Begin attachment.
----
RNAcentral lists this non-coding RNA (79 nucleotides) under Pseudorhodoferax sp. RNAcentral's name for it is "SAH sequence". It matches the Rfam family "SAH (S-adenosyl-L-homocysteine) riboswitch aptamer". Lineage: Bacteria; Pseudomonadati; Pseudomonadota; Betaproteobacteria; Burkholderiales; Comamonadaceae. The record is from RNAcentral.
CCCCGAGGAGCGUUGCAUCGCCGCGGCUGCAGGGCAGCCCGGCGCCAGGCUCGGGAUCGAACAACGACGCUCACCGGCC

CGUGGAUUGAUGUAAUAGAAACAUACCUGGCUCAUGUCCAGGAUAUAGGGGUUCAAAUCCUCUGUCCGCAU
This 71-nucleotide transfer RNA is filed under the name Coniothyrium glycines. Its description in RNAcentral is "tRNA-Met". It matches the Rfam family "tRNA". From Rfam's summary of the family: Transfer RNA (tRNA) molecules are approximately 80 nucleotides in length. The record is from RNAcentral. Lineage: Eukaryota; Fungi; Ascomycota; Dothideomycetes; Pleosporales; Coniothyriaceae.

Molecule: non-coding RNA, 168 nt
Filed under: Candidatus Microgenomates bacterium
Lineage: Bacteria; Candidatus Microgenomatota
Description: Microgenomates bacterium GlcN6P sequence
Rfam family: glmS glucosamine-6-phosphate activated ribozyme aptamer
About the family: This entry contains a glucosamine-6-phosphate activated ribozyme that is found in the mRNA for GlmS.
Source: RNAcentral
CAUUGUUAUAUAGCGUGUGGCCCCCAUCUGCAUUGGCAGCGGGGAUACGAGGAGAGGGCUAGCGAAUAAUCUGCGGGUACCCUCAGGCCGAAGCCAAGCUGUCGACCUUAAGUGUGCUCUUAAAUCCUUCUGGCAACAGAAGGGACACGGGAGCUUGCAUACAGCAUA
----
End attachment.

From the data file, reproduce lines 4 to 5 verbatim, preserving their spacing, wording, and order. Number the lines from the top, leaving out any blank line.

This 71-nucleotide transfer RNA is filed under the name Coniothyrium glycines. Its description in RNAcentral is "tRNA-Met". It matches the Rfam family "tRNA". From Rfam's summary of the family: Transfer RNA (tRNA) molecules are approximately 80 nucleotides in length. The record is from RNAcentral. Lineage: Eukaryota; Fungi; Ascomycota; Dothideomycetes; Pleosporales; Coniothyriaceae.

Molecule: non-coding RNA, 168 nt